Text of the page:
Trump addresses Detroit black church preaches unity in speech

By Bonnie K. Goodman

VIRGINIA BEACH, VA - SEPTEMBER 06:  Republican presidential nominee Donald Trump speaks during a campaign event September 6, 2016 in Virginia Beach, Virginia. Trump participated in a discussion with retired Army Lieutenant General Michael Flynn.  (Photo by Alex Wong/Getty Images)
VIRGINIA BEACH, VA – SEPTEMBER 06: Republican presidential nominee Donald Trump speaks during a campaign event September 6, 2016 in Virginia Beach, Virginia. Trump participated in a discussion with retired Army Lieutenant General Michael Flynn. (Photo by Alex Wong/Getty Images)

Republican nominee Donald Trump made his first significant effort to reach out to black voters in his first address to a predominantly African American audience. Trump spoke to members of the Great Faith Ministries, a church in Detroit on Saturday, Sept. 3, 2016. In his speech, Trump appeared more “subdued” and spoke of unity, claiming again that the GOP was the party of the president and great emancipator Abraham Lincoln.

Trump spoke from prepared remarks as opposed to off the cuff comments at his usual campaign rallies. The GOP nominee attempted to invoke history with his address; Trump expressed, “For centuries, the African-American church has been the conscience of this country. So true. The African-American faith community has been one of God’s greatest gifts to America and its people.”

The GOP nominee also invoked the first president elected from the Republican Party; Trump conveyed emotionally, “Becoming the nominee of the party of Abraham Lincoln … has been the greatest honor of my life. It is on his legacy that I hope to build the future of the party, but, more importantly, the future of the country.”

Like Lincoln, Trump tried to call for unity, saying, “Our nation is too divided. We talk past each other and not to each other. And those who seek office do not do enough to step into the community and learn what’s going on. I’m here today to learn, so that we can together remedy injustice in any form, and so that we can also remedy economics so that the African-American community can benefit economically through jobs and income and so many other different ways.”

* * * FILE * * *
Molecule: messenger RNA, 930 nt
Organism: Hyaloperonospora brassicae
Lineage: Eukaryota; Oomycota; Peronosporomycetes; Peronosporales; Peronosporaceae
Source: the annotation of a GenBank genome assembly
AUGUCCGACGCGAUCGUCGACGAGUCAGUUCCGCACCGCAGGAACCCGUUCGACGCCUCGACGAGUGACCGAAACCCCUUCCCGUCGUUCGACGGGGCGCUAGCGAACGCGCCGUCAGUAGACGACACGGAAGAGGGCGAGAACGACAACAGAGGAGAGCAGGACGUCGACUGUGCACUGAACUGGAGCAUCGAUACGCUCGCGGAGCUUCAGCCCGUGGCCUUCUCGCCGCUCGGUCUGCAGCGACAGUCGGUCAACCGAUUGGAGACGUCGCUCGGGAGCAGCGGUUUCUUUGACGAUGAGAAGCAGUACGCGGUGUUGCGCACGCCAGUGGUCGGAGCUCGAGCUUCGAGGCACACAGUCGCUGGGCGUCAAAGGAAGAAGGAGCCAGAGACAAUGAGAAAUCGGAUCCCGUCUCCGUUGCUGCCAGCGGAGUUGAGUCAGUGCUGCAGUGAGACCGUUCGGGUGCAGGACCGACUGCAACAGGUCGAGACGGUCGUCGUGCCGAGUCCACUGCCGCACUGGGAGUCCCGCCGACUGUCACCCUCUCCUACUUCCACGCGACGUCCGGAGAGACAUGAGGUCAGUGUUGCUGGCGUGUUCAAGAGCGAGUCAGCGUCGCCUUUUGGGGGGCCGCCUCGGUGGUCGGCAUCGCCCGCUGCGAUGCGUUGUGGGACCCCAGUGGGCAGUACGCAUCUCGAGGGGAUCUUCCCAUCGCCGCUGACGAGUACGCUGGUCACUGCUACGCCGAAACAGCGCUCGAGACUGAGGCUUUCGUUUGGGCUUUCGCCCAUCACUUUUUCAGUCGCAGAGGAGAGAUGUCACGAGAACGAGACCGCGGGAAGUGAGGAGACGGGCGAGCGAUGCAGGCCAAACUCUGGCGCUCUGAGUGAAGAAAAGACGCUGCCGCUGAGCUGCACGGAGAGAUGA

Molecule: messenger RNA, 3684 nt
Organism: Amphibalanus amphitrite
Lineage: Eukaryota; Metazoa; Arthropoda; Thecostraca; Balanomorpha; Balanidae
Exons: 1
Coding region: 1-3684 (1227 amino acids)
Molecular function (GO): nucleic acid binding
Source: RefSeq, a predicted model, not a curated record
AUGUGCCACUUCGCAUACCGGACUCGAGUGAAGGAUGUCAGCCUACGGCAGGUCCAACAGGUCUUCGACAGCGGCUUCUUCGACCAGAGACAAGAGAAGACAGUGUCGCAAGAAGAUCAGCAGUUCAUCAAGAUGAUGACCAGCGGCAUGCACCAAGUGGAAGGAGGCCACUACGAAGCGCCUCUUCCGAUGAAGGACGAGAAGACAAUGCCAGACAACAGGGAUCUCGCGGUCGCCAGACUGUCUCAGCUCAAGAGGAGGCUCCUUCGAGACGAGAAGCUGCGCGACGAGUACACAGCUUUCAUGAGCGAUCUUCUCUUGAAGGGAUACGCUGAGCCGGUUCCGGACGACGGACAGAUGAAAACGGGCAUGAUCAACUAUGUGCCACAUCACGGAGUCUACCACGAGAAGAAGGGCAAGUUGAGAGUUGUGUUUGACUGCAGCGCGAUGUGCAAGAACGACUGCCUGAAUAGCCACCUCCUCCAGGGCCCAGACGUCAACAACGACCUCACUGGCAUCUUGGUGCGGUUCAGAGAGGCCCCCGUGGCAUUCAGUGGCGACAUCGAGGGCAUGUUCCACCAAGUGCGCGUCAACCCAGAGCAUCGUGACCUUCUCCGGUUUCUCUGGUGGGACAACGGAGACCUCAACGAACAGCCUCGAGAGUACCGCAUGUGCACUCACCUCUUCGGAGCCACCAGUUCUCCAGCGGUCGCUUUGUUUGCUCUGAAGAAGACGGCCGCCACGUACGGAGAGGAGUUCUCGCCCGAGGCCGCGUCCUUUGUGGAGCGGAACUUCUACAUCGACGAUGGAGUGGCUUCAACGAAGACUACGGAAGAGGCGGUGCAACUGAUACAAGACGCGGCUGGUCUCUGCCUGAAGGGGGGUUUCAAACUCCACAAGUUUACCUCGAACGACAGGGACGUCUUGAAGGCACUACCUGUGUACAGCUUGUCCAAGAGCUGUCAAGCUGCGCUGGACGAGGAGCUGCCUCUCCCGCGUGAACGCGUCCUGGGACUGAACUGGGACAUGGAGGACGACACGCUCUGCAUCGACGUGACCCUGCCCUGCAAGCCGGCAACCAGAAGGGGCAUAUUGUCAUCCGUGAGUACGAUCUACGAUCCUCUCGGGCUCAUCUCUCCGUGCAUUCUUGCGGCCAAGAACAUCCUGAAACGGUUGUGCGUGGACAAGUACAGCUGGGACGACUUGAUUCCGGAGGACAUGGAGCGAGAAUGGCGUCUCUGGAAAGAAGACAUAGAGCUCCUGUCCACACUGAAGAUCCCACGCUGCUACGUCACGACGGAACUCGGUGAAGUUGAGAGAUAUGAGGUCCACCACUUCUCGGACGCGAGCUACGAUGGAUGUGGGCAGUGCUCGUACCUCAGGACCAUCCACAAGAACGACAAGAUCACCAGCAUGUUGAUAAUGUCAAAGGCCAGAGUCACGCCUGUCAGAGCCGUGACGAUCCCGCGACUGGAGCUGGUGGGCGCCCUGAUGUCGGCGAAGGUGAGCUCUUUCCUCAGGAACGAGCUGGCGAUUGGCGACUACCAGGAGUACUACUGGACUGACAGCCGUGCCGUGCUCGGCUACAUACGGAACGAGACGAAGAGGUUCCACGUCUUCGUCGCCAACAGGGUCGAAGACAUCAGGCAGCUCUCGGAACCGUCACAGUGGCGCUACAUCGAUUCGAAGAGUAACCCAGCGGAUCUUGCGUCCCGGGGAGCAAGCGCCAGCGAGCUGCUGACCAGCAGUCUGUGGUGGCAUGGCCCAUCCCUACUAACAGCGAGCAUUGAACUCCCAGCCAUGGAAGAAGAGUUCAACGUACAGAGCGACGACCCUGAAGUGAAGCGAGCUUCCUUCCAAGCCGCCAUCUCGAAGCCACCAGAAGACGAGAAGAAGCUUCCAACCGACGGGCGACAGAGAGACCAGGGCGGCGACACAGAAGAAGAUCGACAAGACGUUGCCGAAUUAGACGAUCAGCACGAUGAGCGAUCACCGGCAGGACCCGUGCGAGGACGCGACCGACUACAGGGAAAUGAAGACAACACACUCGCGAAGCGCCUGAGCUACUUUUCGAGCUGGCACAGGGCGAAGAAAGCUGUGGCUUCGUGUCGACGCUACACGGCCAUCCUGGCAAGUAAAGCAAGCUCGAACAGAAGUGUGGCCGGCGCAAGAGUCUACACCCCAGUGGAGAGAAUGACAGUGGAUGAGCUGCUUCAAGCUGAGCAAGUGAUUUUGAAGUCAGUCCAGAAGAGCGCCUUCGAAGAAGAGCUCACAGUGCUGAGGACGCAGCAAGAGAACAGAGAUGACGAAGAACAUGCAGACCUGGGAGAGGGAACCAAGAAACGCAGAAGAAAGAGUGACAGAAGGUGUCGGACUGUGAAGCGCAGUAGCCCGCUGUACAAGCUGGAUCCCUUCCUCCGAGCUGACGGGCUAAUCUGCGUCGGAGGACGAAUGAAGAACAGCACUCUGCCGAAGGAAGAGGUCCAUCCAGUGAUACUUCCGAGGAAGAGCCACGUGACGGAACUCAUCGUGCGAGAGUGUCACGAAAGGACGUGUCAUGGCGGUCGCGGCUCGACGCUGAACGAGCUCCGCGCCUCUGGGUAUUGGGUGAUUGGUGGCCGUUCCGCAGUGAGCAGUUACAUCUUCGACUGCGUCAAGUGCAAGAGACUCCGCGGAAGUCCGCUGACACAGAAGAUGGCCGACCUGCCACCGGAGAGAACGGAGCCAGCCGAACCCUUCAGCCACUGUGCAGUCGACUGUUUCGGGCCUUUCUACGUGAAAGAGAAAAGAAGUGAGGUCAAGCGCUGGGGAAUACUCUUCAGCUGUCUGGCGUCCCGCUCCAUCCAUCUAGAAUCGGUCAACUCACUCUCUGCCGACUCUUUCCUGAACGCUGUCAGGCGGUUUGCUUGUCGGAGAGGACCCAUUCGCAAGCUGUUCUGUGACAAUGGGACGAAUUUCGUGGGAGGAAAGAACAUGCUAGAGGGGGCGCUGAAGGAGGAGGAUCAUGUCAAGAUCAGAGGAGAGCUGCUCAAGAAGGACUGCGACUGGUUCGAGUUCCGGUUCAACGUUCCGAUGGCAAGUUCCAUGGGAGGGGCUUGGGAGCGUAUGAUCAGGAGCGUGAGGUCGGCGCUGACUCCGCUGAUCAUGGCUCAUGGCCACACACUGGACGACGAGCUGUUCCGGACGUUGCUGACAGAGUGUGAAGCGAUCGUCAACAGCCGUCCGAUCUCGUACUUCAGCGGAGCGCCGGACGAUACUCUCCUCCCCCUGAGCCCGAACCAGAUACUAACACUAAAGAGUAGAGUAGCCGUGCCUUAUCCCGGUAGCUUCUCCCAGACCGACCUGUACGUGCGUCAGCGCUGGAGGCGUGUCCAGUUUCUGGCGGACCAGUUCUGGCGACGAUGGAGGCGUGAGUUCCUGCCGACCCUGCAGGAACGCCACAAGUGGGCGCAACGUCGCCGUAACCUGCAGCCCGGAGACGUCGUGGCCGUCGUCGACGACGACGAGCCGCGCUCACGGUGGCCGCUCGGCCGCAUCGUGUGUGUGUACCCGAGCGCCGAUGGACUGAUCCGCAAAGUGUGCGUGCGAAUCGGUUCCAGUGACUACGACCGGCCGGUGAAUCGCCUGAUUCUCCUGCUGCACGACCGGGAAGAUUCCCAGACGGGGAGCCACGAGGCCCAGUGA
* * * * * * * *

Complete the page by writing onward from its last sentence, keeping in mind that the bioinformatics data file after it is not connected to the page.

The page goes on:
The GOP nominee wants to improve the economy in ways that will benefit the nation’s African Americans. Trump said, “I’m here today to learn, so that we can together remedy injustice in any form, and so we can also remedy economics so African-American communities can benefit economically through jobs and income.”

The GOP nominee promised to increase employment and wages, telling the audience, “When I see wages falling, people out of work, I know the hardships this inflicts and I am determined to do something about it. I will do something about it. I do get things done, I will tell you. I’m going to get things done.”

Concluding, Trump expressed, “I believe we need a civil rights agenda for our time,” and then the  GOP nominee cited 1 John 4:12, “No one has ever seen God, but if we love one another, God lives in us and his love is made complete in us.” In the end, Trump agreed, saying, “That’s so true.”

After Trump had finished, the nondenominational church’s Bishop Wayne Jackson gave Trump a Jewish prayer shawl (Tallit) from Israel and draped it over Trump’s shoulders. Then Jackson indicated, “This is a prayer shawl straight from Israel. Whenever you’re flying from coast to coast — I know you just came back from Mexico and you’ll be flying from city to city — there is an anointing. And anointing is the power of God,”

Continuing Jackson said, “It’s going to be sometimes in your life that you’re going to feel forsaken, you’re going to feel down, but the anointing is going to lift you up. I prayed over this personally and I fasted over it, and I wanted to just put this on you.” Afterward, Trump “swayed” as the choir sang.

Trump later toured South Detroit with former GOP candidate and retired neurosurgeon Ben Carson. Carson is one of Trump’s top campaign surrogates. The nominee wanted to see neighborhoods that had been affected by economic downturns that have plagued the city.

The GOP also taped an interview with Bishop Jackson that will be airing next week on Impact Network, which is founded by African American Christians. The interview has caused some controversy because the campaign asked for the questions beforehand. The bishop, however, praised Trump on his responses and his outreach efforts.

Trump is trying to reach to African American voters in a more personal way contrasting himself from his previous perceived ambivalence and what he calls opponent Democratic nominee Hillary Clinton’s “bigoted” view that just sees African Americans as a ticket to more votes come election day. Afterward, in the evening the Trump campaign issued a statement outlining his civil rights agenda that includes “public safety, education and job security.”

Responses among those who attended were positive but outside of the church protesters objected to Trump’s visit. Lawrence Glass, “the president of the Council of Baptist Pastors of Detroit and Vicinity,” led the demonstrators calling what Trump spews a “message of fear and hate.”

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